Wednesday, September 20, 2017
White House National Economic Council director Gary Cohn, former president of Goldman Sachs, said recently that “only morons pay the estate tax.”
I’m reminded of Donald Trump’s comment that he didn’t pay federal income taxes because he was “smart.” And billionaire Leona Helmsley’s “only the little people pay taxes.”
What Cohn was getting at is how easy it is nowadays for the wealthy to pass their fortunes to their children, tax-free.
The estate tax applies only to estates over $11 million per couple. And wealthy families stash away dollars above this into “dynastic” trust funds that escape additional taxes.
No wonder revenues from the estate tax have been dropping for years even as wealth has become concentrated in fewer hands. The tax now generates about $20 billion a year, which is less than 1 percent of federal revenues. And it applies to only about two out of every 1,000 people who die.
Now, Trump and Republican leaders are planning to cut or eliminate it altogether.
There’s another part of the tax code that Cohn might also have been referring to—capital gains taxes paid on the soaring values of the wealthy people’s stocks, bonds, mansions and works of art, when they sell them.
If the wealthy hold on to these assets until they die, the tax code allows their heirs to inherit them without paying any of these capital gains taxes. According to the Congressional Budget Office, this loophole saves heirs $50 billion a year.
The estate and capital gains taxes were originally designed to prevent the growth of large dynasties in the U.S. and to reduce inequality.
They’ve been failing to do that. The richest one-tenth of 1 percent of Americans now owns almost as much wealth as the bottom 90 percent.
Many of today’s super-rich never did a day’s work in their lives. Six out of the 10 wealthiest Americans alive today are heirs to prominent fortunes. The Walmart heirs alone have more wealth than the bottom 42 percent of Americans combined.
Rich millennials will soon acquire even more of the nation’s wealth.
America is now on the cusp of the largest intergenerational transfer of wealth in history. As wealthy boomers expire, an estimated $30 trillion will go to their children over the next three decades.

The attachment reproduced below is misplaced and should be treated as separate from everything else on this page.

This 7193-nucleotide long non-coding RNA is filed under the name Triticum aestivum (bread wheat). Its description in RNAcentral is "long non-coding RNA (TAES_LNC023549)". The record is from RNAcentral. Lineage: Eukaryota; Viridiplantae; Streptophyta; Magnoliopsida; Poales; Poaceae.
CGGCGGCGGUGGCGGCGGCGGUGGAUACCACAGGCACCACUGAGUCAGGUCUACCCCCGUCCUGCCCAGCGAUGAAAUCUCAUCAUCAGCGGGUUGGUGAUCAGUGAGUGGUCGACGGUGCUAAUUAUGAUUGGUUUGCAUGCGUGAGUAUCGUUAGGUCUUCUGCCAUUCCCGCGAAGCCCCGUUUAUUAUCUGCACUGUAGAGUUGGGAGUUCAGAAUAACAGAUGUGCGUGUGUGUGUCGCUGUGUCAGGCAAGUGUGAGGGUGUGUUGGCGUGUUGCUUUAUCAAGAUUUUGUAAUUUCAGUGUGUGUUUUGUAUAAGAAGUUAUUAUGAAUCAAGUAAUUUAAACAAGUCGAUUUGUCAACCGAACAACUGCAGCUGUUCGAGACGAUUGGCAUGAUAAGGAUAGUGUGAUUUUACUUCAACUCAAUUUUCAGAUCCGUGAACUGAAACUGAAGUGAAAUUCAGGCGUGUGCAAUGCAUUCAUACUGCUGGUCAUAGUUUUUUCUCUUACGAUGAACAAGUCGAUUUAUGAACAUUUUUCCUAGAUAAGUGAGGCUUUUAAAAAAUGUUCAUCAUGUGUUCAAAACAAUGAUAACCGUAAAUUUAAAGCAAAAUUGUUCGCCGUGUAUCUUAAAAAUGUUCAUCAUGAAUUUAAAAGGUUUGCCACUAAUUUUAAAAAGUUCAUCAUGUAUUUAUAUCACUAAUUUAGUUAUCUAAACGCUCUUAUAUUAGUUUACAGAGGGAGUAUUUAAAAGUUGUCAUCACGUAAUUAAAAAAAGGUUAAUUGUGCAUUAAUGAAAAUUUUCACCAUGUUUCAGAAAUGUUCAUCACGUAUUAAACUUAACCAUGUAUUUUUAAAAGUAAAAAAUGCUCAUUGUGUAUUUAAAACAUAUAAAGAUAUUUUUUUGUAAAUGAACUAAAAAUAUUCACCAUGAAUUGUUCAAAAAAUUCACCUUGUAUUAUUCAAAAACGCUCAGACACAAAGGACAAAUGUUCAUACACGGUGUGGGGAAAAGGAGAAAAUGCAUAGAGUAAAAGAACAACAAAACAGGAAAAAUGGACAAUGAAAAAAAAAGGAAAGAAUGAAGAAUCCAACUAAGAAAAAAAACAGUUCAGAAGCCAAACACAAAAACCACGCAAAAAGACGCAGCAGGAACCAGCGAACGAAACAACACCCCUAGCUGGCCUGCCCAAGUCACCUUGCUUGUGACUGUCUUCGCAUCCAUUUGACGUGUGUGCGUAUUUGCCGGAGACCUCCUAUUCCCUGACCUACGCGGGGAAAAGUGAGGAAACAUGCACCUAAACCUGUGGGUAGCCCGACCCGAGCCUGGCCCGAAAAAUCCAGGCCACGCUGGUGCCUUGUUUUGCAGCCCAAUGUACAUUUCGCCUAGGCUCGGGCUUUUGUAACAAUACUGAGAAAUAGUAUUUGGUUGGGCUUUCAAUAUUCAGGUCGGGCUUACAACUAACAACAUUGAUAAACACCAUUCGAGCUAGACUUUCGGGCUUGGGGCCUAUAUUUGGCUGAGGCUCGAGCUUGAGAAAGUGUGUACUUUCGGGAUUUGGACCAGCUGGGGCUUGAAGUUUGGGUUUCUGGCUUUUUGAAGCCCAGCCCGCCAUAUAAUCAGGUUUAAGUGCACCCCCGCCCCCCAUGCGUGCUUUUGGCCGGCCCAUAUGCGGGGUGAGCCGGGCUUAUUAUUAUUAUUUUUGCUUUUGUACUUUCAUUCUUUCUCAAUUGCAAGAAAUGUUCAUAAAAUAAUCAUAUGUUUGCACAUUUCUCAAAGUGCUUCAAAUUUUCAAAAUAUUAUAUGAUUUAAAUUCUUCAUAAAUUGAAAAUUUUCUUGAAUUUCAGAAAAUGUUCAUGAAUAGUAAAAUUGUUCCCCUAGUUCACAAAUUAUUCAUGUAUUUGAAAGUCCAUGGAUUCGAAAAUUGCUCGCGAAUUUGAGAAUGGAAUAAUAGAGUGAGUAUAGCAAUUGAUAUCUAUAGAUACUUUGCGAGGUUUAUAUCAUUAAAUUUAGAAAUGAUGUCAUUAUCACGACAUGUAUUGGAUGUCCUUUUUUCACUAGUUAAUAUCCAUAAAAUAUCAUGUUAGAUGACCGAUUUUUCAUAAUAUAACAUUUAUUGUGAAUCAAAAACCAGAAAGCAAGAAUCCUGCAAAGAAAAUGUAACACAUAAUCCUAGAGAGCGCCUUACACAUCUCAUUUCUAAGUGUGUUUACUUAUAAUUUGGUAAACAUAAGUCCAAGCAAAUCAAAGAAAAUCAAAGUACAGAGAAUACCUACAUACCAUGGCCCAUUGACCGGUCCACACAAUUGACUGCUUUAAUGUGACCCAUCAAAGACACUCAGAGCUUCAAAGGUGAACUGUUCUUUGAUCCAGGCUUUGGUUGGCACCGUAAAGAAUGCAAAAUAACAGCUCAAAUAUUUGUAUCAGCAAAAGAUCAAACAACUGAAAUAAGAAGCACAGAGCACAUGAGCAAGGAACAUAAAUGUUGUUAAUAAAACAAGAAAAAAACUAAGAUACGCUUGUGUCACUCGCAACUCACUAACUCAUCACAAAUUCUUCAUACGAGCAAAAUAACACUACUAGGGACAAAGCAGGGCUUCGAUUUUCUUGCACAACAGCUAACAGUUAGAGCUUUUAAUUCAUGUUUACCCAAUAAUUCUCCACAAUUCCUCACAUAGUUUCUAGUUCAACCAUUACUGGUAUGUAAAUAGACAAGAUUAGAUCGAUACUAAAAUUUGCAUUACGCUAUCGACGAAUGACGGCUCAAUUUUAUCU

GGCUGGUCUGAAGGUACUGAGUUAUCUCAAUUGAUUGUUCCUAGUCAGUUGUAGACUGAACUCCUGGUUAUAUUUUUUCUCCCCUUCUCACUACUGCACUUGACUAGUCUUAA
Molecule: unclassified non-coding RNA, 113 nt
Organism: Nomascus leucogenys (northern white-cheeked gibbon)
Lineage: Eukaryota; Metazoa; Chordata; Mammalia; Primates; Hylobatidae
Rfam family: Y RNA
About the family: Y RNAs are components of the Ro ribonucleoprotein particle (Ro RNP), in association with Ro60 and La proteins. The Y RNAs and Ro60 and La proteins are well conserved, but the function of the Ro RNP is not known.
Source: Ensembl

Those children will be able to live off of the income these assets generate, and then leave the bulk of them—which in the intervening years will have grown far more valuable—to their own heirs, tax-free.
After a few generations of this, almost all of the nation’s wealth will be in the hands of a few thousand families.
Dynastic wealth runs counter to the ideal of America as a meritocracy. It makes a mockery of the notions that people earn what they’re worth in the market, and that economic gains should go to those who deserve them.
It puts economic power into the hands of a relative small number of people who have never worked, but whose investment decisions will have a significant effect on the nation’s future.
And it creates a self-perpetuating aristocracy that is antithetical to democracy.
The last time America faced anything comparable to the concentration of wealth we face now, occurred at the turn of the last century.
Then, President Teddy Roosevelt warned that “a small class of enormously wealthy and economically powerful men, whose chief object is to hold and increase their power,” could destroy American democracy.
Roosevelt’s answer was to tax wealth. The estate tax was enacted in 1916 and the capital gains tax in 1922.
But since then, both have been eroded. As the rich have accumulated greater wealth, they have also amassed more political power, and they’ve used that political power to reduce their taxes.
Teddy Roosevelt, a Republican, helped create a movement against dynastic wealth. Trump and today’s congressional Republicans will not follow in his footsteps. I doubt even today’s Democrats would do so if they had a chance. Big money has become too powerful on both sides of the aisle.
But taxing big wealth is necessary if we’re ever to get our democracy back, and make our economy work for everyone rather than a privileged few.
Maybe Gary Cohn is correct that only morons pay the estate tax. But if he and his boss were smart and they cared about America’s future, they’d raises taxes on great wealth. Roosevelt’s fear of an American dynasty is more applicable today than ever before.
Robert Reich is professor of Public Policy at the University of California, Berkeley. He served as secretary of labor in the Clinton administration.